The Arkansas and West Virginia departments of transportation recently issued grants via their respective transportation alternatives programs (TAPs) and recreational trails programs (RTPs) for 2020.
[Above photo by the Arkansas DOT.]
TAP – a reimbursement-type grant program that provides for an 80 percent federal share and a 20 percent local match from eligible applicants – provides fiscal support for programs and projects defined as “transportation alternatives” for pedestrians, bicyclists, and other non-motorized forms of transportation.
Projects eligible for TAP funds include construction of on-road and off-road trail facilities that include sidewalks, bicycle infrastructure, pedestrian and bicycle signals, lighting and other safety-related infrastructure.
Meanwhile, RTPs are a subset of TAP and are funded through a portion of TAP funds set aside specifically for recreational trails, which includes projects that convert abandoned railroad corridors for pedestrian and bicycle trails.
The Arkansas DOT noted in a statement that it is splitting $8.9 million in total 2020 TAP funds between 43 projects, while providing $1.2 million in total grants to 12 RTP projects statewide.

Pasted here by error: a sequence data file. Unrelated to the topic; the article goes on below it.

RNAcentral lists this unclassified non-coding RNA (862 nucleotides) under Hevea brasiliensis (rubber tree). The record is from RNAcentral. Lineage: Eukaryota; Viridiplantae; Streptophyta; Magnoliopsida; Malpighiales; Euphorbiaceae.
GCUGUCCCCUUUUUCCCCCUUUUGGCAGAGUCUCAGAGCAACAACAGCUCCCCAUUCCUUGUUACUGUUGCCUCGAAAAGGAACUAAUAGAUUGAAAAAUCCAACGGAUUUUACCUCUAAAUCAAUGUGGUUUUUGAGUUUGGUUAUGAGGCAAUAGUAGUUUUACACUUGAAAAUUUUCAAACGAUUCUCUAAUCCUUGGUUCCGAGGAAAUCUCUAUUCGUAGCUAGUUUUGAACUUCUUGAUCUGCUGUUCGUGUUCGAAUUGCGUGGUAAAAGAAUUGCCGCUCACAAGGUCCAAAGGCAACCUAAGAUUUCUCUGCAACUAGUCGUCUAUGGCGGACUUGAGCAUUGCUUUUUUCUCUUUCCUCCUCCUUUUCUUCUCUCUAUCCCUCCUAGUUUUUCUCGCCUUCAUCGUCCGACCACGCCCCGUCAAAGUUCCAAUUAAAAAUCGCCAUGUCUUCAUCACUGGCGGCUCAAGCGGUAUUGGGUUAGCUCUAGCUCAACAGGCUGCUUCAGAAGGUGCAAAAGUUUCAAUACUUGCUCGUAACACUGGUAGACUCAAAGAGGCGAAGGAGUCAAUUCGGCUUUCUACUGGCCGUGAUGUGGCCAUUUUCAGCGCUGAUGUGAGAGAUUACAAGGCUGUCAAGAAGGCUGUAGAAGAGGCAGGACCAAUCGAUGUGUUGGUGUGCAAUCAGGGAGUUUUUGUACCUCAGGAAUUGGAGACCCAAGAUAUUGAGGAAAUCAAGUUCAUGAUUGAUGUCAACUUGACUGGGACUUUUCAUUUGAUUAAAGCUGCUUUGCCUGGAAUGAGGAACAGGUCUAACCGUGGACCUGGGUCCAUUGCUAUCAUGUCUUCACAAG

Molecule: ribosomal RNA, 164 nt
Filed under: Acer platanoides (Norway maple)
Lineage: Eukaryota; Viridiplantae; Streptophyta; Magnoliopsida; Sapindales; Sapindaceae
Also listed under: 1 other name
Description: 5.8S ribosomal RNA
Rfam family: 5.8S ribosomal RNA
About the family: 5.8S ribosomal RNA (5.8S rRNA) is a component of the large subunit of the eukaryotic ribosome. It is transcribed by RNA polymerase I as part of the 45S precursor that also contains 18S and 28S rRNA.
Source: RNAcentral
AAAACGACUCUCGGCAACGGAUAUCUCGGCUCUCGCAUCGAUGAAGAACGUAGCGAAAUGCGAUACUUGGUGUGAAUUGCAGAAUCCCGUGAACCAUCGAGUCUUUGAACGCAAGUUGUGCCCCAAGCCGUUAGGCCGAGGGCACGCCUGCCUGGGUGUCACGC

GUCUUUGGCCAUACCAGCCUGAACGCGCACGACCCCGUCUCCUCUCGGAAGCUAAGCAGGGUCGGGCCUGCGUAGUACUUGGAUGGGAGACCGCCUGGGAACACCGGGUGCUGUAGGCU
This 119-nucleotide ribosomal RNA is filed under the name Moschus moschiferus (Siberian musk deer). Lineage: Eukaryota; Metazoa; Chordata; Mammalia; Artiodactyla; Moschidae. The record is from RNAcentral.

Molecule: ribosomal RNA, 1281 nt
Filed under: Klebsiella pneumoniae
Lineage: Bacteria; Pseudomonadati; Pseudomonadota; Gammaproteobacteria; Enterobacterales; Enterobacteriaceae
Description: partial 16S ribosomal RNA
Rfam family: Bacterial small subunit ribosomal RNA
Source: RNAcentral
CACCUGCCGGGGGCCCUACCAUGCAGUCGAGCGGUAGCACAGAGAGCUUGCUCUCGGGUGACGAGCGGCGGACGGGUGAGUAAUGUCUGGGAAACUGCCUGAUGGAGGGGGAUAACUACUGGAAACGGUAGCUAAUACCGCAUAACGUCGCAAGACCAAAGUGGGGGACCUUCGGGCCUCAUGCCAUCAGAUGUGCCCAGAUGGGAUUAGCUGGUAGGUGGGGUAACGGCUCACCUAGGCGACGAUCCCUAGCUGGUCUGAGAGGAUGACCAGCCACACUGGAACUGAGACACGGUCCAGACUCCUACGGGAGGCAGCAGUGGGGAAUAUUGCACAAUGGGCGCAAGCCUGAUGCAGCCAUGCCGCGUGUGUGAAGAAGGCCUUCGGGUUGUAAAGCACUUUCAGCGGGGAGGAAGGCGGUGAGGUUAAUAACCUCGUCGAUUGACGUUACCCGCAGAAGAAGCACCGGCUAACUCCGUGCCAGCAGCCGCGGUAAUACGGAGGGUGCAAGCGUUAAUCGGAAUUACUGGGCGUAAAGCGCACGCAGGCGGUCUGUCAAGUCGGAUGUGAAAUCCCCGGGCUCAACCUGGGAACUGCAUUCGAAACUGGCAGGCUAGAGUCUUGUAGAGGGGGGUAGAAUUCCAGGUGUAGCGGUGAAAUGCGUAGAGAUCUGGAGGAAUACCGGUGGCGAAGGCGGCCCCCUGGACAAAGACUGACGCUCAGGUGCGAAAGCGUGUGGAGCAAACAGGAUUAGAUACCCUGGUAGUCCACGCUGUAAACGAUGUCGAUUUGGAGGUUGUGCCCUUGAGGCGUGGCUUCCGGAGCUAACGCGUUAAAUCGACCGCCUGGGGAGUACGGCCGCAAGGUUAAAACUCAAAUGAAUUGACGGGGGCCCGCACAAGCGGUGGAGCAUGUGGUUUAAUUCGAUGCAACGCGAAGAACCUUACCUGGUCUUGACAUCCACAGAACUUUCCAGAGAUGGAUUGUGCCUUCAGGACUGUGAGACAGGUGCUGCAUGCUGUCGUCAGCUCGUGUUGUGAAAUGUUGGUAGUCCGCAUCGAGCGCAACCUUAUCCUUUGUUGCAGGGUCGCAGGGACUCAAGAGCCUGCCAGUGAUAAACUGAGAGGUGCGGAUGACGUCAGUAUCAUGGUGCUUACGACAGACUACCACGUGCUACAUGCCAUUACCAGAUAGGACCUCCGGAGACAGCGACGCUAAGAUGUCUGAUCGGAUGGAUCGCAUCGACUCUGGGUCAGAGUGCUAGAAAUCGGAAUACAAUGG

Meanwhile, the West Virginia DOT is providing a combined $8.6 million in TAP and RTP funds to support various infrastructure improvement projects in 29 counties: helping towns and cities build and improve sidewalks, lighting, trails, and more, explained Governor Jim Justice (R) in a statement.
“You don’t ever know what’s going to happen with all that goodness,” he added in a separate statement highlighting how $2.6 million of that $8.6 million in overall TAP and RTP grants would support seven projects in cities and towns across West Virginia’s Eastern Panhandle.
“And the result of that goodness may be that somebody moves; somebody moves a business here or somebody moves themselves here,” the governor said. “And at the end of the day, it’s all kinds of great stuff.”
In June, Gov. Justice issued 38 TAP and RTP grants worth more than $7.4 million combined to help fund projects in 27 West Virginia counties. In total, the state has awarded over $16 million TAP and RTP grants in 2020 alone.
A 2019 report issued by the Rails-to-Trails Conservancy indicated that such TAP and RTP investments could key to helping shift short trips from driving to walking and biking via the development of connected active-transportation infrastructure.
Such a shift would also help generate a return on investment of $73 billion to $138 billion per year in the United States if connected to public transit systems, the group said.